Visual Studio 2019 support in PVS-Studio

    Support for Visual Studio 2019 in PVS-Studio immediately affected several different components: the IDE plug-in itself, command line analysis application, C ++ and C # analyzers, as well as several utilities. I’ll briefly talk about what problems we encountered in supporting the new version of the IDE and how to solve them.

    Before you start, I want to look back a bit to trace the history of support for previous versions of Visual Studio, which will give a better understanding of our vision of the task and the decisions made in certain situations.

    Starting with the first version of PVS-Studio analyzer, in which a plug-in for the Visual Studio environment appeared (then it was also a version of Visual Studio 2005), supporting new versions of Visual Studio was a fairly simple task for us - it basically boiled down to updating the plug-in project file and dependencies of various Visual Studio extension APIs. Sometimes it was necessary to additionally support new features of the C ++ language, which the Visual C ++ compiler was gradually learning, but this also usually did not cause problems immediately before the release of the next edition of Visual Studio. And there was only one analyzer in PVS-Studio then - for the C and C ++ languages.

    Everything changed for the release of Visual Studio 2017. In addition to the fact that many of the extension APIs for this IDE changed very significantly in this version, after the update we ran into problems of ensuring backward compatibility of the work of the new C # analyzer that appeared at that time (as well as our new C ++ analyzer for MSBuild projects) with older versions of MSBuild \ Visual Studio.

    Therefore, before reading this article, I highly recommend that you read the related article about Visual Studio 2017 support: " Visual Studio 2017 and Roslyn 2.0 support in PVS-Studio: sometimes using ready-made solutions is not as easy as it seems at first glance". The article mentioned above describes the problems that we encountered last time, as well as the interaction schemes of various components (for example, PVS-Studio, MSBuild, Roslyn). Understanding this interaction will be useful when reading this article.

    Ultimately, the solution to these The problems brought significant changes to our analyzer, and, as we hoped, the new approaches that we used then will make it possible to support updated versions of Visual Studio \ MSBuild much easier and faster in the future. During numerous updates Visual Studio 2017. Did we need this new approach with the support of Visual Studio 2019? This is below.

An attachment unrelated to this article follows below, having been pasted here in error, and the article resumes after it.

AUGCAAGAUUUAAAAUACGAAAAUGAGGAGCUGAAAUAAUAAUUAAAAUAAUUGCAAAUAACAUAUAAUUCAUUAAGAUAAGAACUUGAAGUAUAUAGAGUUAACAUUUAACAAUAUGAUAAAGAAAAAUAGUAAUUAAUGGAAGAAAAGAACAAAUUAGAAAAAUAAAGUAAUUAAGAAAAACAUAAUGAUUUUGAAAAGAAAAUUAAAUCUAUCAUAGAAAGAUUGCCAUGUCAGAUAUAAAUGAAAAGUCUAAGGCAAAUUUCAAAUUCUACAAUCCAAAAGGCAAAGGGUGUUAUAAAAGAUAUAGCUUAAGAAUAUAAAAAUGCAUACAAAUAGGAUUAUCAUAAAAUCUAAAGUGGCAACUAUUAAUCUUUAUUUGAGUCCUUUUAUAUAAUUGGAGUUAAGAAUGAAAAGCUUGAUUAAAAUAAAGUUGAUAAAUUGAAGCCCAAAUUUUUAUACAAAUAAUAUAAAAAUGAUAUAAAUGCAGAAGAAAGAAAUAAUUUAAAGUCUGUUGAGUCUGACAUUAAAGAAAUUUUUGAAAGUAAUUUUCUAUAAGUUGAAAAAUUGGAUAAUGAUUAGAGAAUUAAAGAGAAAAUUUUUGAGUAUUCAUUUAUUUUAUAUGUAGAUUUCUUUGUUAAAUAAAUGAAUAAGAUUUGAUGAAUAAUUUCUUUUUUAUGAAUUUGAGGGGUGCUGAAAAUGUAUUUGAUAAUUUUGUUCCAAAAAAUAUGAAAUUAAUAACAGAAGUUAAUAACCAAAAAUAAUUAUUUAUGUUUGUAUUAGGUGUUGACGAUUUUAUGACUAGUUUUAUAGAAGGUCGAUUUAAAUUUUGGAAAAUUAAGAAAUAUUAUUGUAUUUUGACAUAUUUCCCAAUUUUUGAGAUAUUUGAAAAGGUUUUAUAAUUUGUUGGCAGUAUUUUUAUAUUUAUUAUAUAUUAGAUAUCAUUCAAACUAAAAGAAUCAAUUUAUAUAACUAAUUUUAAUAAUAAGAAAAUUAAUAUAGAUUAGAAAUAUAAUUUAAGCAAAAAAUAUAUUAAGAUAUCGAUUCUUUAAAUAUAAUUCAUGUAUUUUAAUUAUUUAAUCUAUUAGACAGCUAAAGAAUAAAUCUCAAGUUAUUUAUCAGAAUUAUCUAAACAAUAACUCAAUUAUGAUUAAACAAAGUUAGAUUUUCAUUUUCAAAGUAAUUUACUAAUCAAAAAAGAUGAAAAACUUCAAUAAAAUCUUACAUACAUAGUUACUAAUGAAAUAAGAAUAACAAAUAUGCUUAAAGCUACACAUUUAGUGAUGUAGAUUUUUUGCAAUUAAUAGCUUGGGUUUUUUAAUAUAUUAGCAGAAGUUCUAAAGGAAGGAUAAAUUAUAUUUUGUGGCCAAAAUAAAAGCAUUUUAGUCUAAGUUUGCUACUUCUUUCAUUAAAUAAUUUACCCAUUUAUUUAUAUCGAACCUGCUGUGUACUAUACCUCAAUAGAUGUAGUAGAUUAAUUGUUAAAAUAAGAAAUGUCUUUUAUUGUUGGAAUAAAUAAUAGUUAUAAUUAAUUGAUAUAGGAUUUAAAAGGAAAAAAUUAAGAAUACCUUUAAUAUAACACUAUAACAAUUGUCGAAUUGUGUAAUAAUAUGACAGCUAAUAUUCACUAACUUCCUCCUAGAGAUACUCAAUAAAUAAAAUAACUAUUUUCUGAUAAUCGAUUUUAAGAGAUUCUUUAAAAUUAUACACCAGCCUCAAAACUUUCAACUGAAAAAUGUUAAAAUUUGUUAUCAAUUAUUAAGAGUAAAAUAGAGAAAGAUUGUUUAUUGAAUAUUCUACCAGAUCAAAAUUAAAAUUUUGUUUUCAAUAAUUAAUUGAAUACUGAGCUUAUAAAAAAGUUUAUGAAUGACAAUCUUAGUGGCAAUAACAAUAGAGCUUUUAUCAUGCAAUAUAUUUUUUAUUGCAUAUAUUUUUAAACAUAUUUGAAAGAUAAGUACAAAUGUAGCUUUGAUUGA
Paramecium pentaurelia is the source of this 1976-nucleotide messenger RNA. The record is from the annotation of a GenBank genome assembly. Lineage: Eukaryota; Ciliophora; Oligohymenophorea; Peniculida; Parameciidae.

PVS-Studio Plugin for Visual Studio 2019

    It all began, it would seem, not bad. It was easy enough to port the plug-in to Visual Studio 2019, where it started and worked fine. Despite this, 2 problems were immediately revealed, which promised future troubles.

    The first - the interface IVsSolutionWorkspaceService , used to support the regime Lightweight Solution Load, which, incidentally, was disabled in a previous update still in the Visual Studio 2017 was decorated with the attribute Deprecated , which so far is only a warning in the assembly, but in the future bode b about lshie Problems. Microsoft quickly introduced this mode and abandoned it ... We dealt with this problem quite simply - refused to use the appropriate interface.

    The second - when loading Visual Studio with the plugin, the following message appeared: Visual Studio has detected one or more extensions that are at risk or not functioning in a feature VS update.

    Viewing the Visual Studio launch logs (ActivityLog file) has finally dotted the 'i':

    Warning: Extension 'PVS-Studio' uses the 'synchronous auto-load' feature of Visual Studio. This feature will no longer be supported in a future Visual Studio 2019 update, at which point this extension will not work. Please contact the extension vendor to get an update.

    For us, this meant one thing - changing the way the plug-in is loaded into asynchronous mode. I hope you are not upset if I do not overload you with details about interacting with COM interfaces of Visual Studio, and I will go over the changes briefly enough.

    Microsoft has an article on creating asynchronously loaded plugins: " How to: Use AsyncPackage to load VSPackages in the background ". At the same time, it was obvious to everyone that the matter would not be limited to these changes.

    One of the main changes is the method of loading, or rather, initialization. Previously, the necessary initialization took place in two methods - the overridden Initialize method of our Package inheritance class , and the OnShellPropertyChange method. The need to transfer part of the logic to the OnShellPropertyChange method is due to the fact that when the plug-in is loaded synchronously, Visual Studio may not yet be fully loaded and initialized, and as a result of this, not all necessary actions could be performed at the plug-in initialization stage. An option to solve this problem is to wait for Visual Studio to exit the 'zombie' state and delay these actions. This is the logic and has been rendered in OnShellPropertyChange with a check of the 'zombie' state.